A year and a half ago I made the trek back to my home town, to fulfill a promise I made to my baby brother. Shortly before he died, he asked that his ashes be put into our father’s grave.
The cremation itself was quite an accomplishment, as he had never cared for the idea. I found out during that discussion that he was afraid that he could possible be burnt alive, due to someone’s mistake, or incompetence.
Having worked in healthcare for years, most specifically with hospice patients, I was pretty sure that this had never happened ever in the history of all time. ( Please don’t show me any stats and prove me wrong!)
Once I reassured him that he needn’t fear, he was totally on board with cremation so that he could go in with Dad. He liked that idea and I thought it was nice as well, being as our Mom insisted on being scattered here and there and I STILL have a portion of her in a lovely, discreet box in my living room, awaiting the mutual availability of my sons to go do it with me. ( Truthfully, none of us have the heart for it and have every excuse not to.)
While I was back home, the day following my brother’s memorial service, I took my man , my stepdaughter and her boyfriend out to the lake my family had a cabin at for my entire childhood. We spent all our summers there, swimming, boating, playing in the sand, & endless hours at the dinky playground with only three stupid rusted out playground items to play on.
I will be honest. I was pretty tired and hung-over on this day. The memorial had gone well and we had been hosted following the service, in our friends’ beautiful yard – flowers, sunshine, music and plenty of bevvies. Relieved that I had actually made it through my eulogy without a breakdown, I was ready for a drink..or ten.
So, the next day, we are at the lake. We spent some time in the water, we walked the old board walk. I was a regular Anthony Bourdain, telling stories, sharing history of the lake, the cabins, the geography.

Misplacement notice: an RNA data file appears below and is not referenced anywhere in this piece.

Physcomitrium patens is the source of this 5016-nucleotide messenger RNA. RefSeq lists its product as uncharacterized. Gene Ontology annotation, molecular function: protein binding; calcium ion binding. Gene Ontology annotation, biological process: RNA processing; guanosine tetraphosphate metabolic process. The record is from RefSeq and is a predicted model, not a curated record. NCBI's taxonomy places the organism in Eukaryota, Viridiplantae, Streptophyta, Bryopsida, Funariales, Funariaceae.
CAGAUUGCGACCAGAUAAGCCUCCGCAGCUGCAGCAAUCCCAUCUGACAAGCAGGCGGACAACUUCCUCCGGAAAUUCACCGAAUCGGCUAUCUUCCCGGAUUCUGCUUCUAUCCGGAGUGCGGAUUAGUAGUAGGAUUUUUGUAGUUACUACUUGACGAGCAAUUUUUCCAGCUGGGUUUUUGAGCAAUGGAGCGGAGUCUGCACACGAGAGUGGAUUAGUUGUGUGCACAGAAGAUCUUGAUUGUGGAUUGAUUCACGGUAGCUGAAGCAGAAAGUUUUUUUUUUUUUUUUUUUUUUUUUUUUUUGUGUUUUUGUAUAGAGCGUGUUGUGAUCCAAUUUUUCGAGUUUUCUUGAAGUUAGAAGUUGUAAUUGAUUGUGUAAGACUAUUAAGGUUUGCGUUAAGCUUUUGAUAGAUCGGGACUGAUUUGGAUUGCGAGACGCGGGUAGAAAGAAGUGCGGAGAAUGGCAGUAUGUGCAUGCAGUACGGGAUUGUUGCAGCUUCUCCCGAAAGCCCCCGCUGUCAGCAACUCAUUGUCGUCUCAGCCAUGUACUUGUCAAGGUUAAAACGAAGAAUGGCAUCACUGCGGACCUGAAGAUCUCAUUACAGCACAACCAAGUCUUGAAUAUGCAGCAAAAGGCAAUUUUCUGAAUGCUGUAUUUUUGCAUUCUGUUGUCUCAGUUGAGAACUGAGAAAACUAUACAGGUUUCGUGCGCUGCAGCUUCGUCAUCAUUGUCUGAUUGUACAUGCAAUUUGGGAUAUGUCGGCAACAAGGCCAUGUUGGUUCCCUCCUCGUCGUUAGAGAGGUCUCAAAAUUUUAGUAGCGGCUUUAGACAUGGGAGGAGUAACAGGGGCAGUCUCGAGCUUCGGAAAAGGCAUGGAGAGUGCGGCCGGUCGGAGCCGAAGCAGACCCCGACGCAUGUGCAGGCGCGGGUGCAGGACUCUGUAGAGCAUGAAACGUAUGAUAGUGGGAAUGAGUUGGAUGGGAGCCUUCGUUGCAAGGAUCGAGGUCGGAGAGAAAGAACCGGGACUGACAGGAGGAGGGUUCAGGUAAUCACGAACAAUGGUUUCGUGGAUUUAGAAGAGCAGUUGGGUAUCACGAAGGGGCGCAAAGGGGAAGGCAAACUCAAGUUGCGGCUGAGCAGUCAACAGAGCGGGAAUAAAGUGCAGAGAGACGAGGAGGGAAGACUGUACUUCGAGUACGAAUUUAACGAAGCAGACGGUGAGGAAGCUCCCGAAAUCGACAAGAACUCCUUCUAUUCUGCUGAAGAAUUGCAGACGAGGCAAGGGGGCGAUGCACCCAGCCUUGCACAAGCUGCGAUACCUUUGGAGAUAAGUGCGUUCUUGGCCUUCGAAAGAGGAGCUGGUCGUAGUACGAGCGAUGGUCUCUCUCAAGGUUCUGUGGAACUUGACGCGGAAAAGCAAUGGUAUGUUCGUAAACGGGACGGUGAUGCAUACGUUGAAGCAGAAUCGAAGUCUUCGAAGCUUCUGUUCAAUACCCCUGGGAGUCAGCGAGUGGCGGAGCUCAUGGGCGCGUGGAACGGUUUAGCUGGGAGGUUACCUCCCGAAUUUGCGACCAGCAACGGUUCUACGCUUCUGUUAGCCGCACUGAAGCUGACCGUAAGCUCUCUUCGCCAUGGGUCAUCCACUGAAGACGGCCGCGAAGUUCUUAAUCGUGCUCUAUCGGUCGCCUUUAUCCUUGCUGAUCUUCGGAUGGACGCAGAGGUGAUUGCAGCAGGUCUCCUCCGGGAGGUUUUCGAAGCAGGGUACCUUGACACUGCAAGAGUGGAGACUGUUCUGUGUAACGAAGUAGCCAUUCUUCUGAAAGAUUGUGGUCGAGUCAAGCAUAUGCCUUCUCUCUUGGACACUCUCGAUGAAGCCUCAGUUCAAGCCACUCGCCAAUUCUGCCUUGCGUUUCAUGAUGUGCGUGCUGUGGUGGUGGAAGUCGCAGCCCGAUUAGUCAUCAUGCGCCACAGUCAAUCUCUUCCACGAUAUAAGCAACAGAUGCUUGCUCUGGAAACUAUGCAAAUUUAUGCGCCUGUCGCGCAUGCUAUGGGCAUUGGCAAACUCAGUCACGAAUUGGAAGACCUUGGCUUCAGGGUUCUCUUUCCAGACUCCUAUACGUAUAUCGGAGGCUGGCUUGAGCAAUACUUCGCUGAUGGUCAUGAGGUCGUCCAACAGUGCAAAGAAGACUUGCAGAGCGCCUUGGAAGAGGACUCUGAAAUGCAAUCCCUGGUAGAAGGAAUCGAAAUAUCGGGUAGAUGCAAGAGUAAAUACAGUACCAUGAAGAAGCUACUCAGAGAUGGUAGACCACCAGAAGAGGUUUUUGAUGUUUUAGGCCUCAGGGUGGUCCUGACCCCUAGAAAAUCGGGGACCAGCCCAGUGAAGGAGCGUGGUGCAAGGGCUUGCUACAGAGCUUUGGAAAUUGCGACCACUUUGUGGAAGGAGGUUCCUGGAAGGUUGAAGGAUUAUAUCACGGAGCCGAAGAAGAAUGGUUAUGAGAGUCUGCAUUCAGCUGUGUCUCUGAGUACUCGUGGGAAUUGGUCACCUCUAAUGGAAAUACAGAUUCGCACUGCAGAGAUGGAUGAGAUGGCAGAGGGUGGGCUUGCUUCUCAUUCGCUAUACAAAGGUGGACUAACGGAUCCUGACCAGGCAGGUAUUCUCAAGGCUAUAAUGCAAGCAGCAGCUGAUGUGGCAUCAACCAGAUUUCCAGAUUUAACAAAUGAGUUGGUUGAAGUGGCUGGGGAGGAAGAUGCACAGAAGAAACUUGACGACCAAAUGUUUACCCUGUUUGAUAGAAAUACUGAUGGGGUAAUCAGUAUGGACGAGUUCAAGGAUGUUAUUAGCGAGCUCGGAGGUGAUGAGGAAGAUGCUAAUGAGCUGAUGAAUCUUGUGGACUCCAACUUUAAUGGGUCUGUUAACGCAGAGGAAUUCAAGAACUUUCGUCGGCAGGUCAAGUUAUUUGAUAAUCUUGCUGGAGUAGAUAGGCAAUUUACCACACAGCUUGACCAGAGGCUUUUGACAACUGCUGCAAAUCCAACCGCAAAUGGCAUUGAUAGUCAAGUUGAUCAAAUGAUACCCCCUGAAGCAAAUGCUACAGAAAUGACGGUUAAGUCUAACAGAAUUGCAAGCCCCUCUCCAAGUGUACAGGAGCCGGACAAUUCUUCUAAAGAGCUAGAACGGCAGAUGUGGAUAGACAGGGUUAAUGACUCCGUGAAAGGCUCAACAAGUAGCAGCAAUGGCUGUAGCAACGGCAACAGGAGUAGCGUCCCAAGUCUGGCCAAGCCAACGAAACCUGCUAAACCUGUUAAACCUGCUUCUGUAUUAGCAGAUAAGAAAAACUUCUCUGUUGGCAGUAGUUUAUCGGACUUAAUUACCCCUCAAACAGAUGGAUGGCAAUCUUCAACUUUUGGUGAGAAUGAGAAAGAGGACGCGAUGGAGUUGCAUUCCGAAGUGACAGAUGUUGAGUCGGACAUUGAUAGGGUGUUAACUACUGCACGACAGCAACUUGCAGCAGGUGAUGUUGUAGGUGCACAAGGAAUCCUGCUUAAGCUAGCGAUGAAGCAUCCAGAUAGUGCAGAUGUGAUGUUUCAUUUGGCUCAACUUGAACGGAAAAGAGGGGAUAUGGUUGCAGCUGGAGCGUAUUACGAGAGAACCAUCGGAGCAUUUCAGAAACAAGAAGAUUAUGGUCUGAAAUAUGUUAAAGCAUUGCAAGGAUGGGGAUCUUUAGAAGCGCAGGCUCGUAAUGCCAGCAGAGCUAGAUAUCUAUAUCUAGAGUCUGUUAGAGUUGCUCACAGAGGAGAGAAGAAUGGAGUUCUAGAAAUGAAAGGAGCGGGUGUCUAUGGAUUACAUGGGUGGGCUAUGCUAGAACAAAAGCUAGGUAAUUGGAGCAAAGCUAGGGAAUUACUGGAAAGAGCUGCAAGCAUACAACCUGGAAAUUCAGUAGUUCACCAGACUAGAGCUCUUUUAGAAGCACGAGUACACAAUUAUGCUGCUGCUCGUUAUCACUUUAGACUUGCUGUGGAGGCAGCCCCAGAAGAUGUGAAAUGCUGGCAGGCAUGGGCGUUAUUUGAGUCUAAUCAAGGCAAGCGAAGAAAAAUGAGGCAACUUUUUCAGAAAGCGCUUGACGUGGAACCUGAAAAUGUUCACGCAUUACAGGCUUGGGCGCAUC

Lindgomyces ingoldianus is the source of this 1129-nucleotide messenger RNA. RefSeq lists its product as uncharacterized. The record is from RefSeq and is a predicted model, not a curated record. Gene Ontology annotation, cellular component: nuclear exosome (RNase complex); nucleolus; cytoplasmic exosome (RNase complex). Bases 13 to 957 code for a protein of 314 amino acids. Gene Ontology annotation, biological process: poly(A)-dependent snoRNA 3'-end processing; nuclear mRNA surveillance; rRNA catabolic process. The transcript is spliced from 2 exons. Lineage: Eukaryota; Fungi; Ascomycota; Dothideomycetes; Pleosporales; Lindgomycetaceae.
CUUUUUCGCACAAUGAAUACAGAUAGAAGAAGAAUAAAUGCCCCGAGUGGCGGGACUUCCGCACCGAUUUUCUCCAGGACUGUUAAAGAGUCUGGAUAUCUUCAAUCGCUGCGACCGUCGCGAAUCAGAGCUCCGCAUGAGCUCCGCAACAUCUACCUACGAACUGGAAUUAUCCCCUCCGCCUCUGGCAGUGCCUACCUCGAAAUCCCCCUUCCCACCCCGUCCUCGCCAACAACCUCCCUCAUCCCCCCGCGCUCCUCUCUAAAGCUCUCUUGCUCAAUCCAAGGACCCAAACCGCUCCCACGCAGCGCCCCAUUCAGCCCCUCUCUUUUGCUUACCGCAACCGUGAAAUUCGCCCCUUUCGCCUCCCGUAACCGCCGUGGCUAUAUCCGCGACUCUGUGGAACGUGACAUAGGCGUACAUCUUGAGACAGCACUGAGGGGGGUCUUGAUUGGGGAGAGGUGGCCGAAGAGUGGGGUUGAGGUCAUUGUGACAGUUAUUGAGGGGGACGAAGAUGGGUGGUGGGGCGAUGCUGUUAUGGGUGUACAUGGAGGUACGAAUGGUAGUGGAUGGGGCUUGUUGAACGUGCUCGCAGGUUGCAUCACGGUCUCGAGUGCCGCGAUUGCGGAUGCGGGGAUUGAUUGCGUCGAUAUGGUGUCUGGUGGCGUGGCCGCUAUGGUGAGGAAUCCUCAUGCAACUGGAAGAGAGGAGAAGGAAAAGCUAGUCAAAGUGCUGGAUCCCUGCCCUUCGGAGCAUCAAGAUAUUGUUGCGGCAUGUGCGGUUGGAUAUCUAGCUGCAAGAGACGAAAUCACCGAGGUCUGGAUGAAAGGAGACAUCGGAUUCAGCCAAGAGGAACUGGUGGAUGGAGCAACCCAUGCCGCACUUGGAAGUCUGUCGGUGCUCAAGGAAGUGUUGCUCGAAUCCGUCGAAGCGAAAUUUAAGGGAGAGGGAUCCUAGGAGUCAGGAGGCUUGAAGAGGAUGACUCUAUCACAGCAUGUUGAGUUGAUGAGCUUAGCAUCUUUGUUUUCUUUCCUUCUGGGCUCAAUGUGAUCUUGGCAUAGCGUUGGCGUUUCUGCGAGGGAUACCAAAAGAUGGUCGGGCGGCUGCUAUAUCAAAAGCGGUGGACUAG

Everything was fine until we walked through the shady coolness of the trees and I was at the playground, without knowing it. Someone made a joke about the disrepair of the equipment and how nowadays, helicopter parents would be apt to sue if their precious snowflakes got cut on a jagged edge or rusty handle.
One moment I was laughing; the next I was frozen.
I was back there in the 70’s with them all. With the eyes and ears and heart of the daughter and sister I was. I am neither of those things now..nobody’s daughter, nobody’s sister.
My “new” family had walked on ahead, chatting, laughing, not noticing I was standing still.
That is where I finally broke.
After years of watching my brother dying- of watching him in pain and regret and wasting away.
Seeing that stupid fucking rusted out merry-go-round sitting still in the shade and quiet sent me over the deep end.
For one soul-shattering moment in time, I went back. I could SEE my parents sitting on the porch of the cabin. Enjoying the shade and a cocktail together.
I could HEAR the sounds of the music coming out of the radios of the cars the teenagers cruised around in.
I could SEE my brother’s silky blonde hair wafting in the breeze of the merry-go-round. I could SMELL his wet puppy smell that all young active boys carry with them. I saw his dancing eyes and his whole life in front of him and how it all ended up and it broke my heart absolutely.
I can say honestly that I felt a piece of my very heart tear itself loose and drop there on the ground,dead. Forever to be hidden under the sand and leaves and snow in the winter.
It happened in the time it would take to count to ten and then it was gone.
And all because of a stupid rusted out merry-go-round.